• Should the scope of the NFRD be extended, for example to include all EU companies securities listed in regulated markets regardless of size; all large public interest entities regardless of size; companies that are subsidiaries of a parent company that reports non-financial information at group level under the NFRD and/or large non-listed companies?

EU non-financial reporting standard: EFRAG to commence work shortly

As mentioned, the Commission has made it clear that it supports the development of EU-wide non-financial reporting standards and that it will be inviting, soon, the European Financial Reporting Advisory Group (EFRAG) to begin preparatory work for those standards as quickly as possible.6

The Commission intends to use the “best and most widely accepted elements” of existing international non-financial/ESG reporting standards (such as the GRI, SASB, TCFD, etc) as their starting point. The second NFRD consultation seeks views on which elements of these existing standards should be incorporated into an EU standard.

The indications so far are that the Commission does not believe simple adoption of an existing standard on its own would be sufficient to meet the EU’s needs, particularly in light of the level of additional information about sustainability that will be required under the new Disclosure Regulation and Taxonomy Regulation. This is borne out by a report published by the European Securities and Markets Authority (ESMA), published in December 2019, on undue short-term pressure on corporations7 and the Council’s conclusions on the Capital Markets Union.8 It is clear that it is not just the Commission’s view that the current non-financial reporting regime is insufficient; that view is shared by member states and the European supervisory authorities.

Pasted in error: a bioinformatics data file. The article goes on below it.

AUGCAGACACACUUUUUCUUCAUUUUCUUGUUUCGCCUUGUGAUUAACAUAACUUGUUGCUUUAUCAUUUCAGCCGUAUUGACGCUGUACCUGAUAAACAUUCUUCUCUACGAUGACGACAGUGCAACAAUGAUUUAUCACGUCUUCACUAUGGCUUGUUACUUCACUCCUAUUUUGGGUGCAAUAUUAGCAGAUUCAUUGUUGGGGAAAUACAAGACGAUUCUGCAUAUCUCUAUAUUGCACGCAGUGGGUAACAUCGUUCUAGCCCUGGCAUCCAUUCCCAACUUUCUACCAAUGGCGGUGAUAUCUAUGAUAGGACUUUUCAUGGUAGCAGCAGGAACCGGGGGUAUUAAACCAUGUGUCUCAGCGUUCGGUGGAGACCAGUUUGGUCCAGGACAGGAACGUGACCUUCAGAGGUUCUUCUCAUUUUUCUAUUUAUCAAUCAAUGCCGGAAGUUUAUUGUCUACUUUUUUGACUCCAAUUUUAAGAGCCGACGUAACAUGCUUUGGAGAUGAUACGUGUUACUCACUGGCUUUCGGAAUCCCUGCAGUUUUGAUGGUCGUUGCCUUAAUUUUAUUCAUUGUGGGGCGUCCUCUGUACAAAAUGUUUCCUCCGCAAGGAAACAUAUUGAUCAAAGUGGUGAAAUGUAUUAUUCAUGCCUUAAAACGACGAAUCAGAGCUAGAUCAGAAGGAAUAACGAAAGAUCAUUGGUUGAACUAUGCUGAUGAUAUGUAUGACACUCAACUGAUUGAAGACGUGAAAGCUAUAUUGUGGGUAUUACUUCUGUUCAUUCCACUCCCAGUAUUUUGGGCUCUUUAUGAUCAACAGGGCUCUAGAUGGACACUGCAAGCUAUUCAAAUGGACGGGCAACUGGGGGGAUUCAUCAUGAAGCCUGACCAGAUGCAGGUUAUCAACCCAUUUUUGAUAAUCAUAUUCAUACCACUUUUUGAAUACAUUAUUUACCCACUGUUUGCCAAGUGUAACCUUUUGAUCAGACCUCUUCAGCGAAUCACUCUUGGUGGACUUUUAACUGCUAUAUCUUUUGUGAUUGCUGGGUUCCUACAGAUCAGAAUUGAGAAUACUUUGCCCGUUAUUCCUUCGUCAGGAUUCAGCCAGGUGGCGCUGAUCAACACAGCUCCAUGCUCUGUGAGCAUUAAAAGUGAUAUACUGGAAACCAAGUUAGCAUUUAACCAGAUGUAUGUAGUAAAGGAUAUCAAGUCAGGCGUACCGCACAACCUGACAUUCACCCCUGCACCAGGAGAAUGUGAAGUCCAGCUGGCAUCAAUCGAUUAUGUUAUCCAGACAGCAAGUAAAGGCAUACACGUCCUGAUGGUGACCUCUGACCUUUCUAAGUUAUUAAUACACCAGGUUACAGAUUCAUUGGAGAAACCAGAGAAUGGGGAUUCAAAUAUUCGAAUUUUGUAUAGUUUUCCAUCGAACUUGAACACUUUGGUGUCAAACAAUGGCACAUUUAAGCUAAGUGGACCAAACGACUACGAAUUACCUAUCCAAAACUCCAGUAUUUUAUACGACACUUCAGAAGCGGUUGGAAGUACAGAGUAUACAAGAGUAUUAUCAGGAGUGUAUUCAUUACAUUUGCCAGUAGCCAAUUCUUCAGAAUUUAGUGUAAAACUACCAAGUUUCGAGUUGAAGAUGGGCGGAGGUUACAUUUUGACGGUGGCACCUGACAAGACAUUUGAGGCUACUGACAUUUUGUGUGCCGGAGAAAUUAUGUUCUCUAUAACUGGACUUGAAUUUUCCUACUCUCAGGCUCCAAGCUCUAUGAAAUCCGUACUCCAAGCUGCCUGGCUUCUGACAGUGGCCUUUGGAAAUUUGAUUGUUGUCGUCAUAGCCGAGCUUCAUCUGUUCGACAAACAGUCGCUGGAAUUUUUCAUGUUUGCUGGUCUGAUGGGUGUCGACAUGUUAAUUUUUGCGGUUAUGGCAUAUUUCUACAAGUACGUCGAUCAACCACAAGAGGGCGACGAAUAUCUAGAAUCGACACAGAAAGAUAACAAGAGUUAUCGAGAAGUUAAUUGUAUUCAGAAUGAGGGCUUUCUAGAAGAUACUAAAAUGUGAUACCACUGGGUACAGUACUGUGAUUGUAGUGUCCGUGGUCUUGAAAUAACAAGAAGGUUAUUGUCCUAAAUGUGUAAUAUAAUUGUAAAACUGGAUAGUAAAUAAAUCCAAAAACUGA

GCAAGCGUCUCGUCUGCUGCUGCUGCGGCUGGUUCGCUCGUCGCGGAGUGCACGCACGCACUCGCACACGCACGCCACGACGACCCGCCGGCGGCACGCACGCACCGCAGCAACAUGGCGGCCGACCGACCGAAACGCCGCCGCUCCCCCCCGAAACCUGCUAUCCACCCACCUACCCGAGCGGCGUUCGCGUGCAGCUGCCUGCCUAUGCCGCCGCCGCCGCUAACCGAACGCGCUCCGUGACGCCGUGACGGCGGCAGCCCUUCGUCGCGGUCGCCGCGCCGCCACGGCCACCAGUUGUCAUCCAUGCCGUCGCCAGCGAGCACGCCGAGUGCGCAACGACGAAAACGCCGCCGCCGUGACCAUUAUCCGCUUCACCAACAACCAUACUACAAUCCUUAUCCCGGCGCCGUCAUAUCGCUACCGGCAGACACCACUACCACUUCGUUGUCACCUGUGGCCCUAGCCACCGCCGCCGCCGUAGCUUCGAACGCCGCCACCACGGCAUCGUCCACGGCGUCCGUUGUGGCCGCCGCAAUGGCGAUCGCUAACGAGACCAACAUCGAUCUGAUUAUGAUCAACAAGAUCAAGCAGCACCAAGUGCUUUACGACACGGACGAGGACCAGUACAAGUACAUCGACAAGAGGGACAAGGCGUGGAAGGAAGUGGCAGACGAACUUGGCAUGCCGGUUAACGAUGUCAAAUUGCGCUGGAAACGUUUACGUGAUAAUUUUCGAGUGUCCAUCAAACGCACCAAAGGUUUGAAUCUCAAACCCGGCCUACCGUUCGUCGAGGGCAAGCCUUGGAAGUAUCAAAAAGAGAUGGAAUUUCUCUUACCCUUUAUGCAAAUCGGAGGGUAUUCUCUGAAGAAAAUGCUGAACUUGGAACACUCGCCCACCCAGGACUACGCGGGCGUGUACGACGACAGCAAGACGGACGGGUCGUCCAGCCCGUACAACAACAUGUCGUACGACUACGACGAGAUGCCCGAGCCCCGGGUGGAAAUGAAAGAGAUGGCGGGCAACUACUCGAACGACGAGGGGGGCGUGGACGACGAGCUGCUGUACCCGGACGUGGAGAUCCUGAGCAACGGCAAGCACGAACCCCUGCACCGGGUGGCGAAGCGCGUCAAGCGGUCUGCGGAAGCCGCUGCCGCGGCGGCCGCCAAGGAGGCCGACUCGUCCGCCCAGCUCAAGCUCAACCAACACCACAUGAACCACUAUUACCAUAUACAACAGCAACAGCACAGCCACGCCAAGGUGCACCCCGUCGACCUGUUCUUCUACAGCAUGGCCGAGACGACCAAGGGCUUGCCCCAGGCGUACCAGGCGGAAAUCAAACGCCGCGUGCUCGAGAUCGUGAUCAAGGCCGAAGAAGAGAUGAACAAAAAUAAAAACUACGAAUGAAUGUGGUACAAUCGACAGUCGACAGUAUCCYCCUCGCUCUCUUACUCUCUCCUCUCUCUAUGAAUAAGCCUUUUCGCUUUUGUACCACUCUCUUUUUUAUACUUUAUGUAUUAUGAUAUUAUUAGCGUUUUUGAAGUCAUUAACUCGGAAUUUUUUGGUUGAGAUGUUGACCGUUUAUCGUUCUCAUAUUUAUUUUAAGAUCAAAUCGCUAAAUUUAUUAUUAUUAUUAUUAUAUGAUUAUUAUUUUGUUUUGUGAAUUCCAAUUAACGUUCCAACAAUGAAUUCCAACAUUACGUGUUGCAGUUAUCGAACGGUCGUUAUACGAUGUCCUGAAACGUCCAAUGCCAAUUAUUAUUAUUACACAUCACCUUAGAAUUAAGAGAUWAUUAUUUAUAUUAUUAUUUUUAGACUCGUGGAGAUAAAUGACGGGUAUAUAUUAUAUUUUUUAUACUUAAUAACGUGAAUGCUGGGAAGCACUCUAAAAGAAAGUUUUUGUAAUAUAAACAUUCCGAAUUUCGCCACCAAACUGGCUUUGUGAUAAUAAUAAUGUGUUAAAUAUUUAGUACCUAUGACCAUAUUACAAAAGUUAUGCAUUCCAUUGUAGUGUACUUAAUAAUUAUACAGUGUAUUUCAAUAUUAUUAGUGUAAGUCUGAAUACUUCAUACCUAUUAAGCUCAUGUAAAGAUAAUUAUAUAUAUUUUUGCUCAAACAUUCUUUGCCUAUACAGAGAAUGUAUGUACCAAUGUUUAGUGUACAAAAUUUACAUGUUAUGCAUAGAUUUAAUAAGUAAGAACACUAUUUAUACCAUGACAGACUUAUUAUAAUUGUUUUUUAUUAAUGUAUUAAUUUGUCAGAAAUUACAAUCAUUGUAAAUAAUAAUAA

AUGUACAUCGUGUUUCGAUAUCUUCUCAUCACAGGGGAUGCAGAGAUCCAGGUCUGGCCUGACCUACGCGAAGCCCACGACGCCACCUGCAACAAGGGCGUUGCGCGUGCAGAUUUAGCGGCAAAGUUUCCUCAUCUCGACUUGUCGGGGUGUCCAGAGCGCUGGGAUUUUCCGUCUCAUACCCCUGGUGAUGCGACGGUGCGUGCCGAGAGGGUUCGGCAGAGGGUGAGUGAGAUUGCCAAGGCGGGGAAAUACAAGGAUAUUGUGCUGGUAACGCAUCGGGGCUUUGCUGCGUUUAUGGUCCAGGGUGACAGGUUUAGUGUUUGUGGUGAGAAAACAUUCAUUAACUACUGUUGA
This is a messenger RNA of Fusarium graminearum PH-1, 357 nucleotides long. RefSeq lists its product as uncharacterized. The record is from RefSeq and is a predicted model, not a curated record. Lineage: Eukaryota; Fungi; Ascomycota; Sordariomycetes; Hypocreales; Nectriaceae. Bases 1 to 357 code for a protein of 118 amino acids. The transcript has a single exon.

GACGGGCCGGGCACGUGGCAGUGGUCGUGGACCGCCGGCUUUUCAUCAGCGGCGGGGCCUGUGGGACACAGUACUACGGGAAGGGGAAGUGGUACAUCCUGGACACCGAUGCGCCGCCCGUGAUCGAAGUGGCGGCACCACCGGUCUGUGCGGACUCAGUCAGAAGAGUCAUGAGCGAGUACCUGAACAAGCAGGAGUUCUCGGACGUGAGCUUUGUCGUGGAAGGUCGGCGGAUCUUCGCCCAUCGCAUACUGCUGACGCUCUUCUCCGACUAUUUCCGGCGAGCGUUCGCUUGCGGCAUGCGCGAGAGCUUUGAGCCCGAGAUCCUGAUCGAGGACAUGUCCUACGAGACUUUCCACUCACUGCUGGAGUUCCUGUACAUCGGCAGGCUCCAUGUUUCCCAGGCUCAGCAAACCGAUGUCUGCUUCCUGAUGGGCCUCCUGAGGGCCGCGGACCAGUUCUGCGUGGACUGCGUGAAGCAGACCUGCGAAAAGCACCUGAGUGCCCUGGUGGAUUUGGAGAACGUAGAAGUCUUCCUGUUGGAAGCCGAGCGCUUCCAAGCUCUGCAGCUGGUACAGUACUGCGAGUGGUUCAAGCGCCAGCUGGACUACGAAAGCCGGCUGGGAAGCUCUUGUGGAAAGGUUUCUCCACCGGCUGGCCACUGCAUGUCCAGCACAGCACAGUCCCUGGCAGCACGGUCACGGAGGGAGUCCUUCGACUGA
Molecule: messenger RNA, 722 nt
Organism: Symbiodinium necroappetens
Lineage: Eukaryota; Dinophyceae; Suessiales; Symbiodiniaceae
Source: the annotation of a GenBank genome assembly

In parallel, the Commission has said it will continue to engage with international efforts to develop a standardised global reporting standard. However, as the development of a global standard is still some way off, the EU intends to forge ahead with its own standard in the meantime.

Next steps

  • 27 February - first NFRD consultation closed.
  • 14 May - second NFRD consultation closes.
  • February to May - the Commission will send out surveys to SMEs and companies outside the scope of the NFRD to gather their views.
  • Shortly – the Commission will consult on a Renewed Sustainable Finance Strategy.
  • Shortly – the Commission will invite EFRAG to begin preparatory work for a EU-wide non-financial standard.
  • Shortly – the Taxonomy Regulation will be formally adopted and published in the Official Journal of the European Communities.
  • Q4 – the Commission will publish draft legislation to give effect to the changes to the NFRD.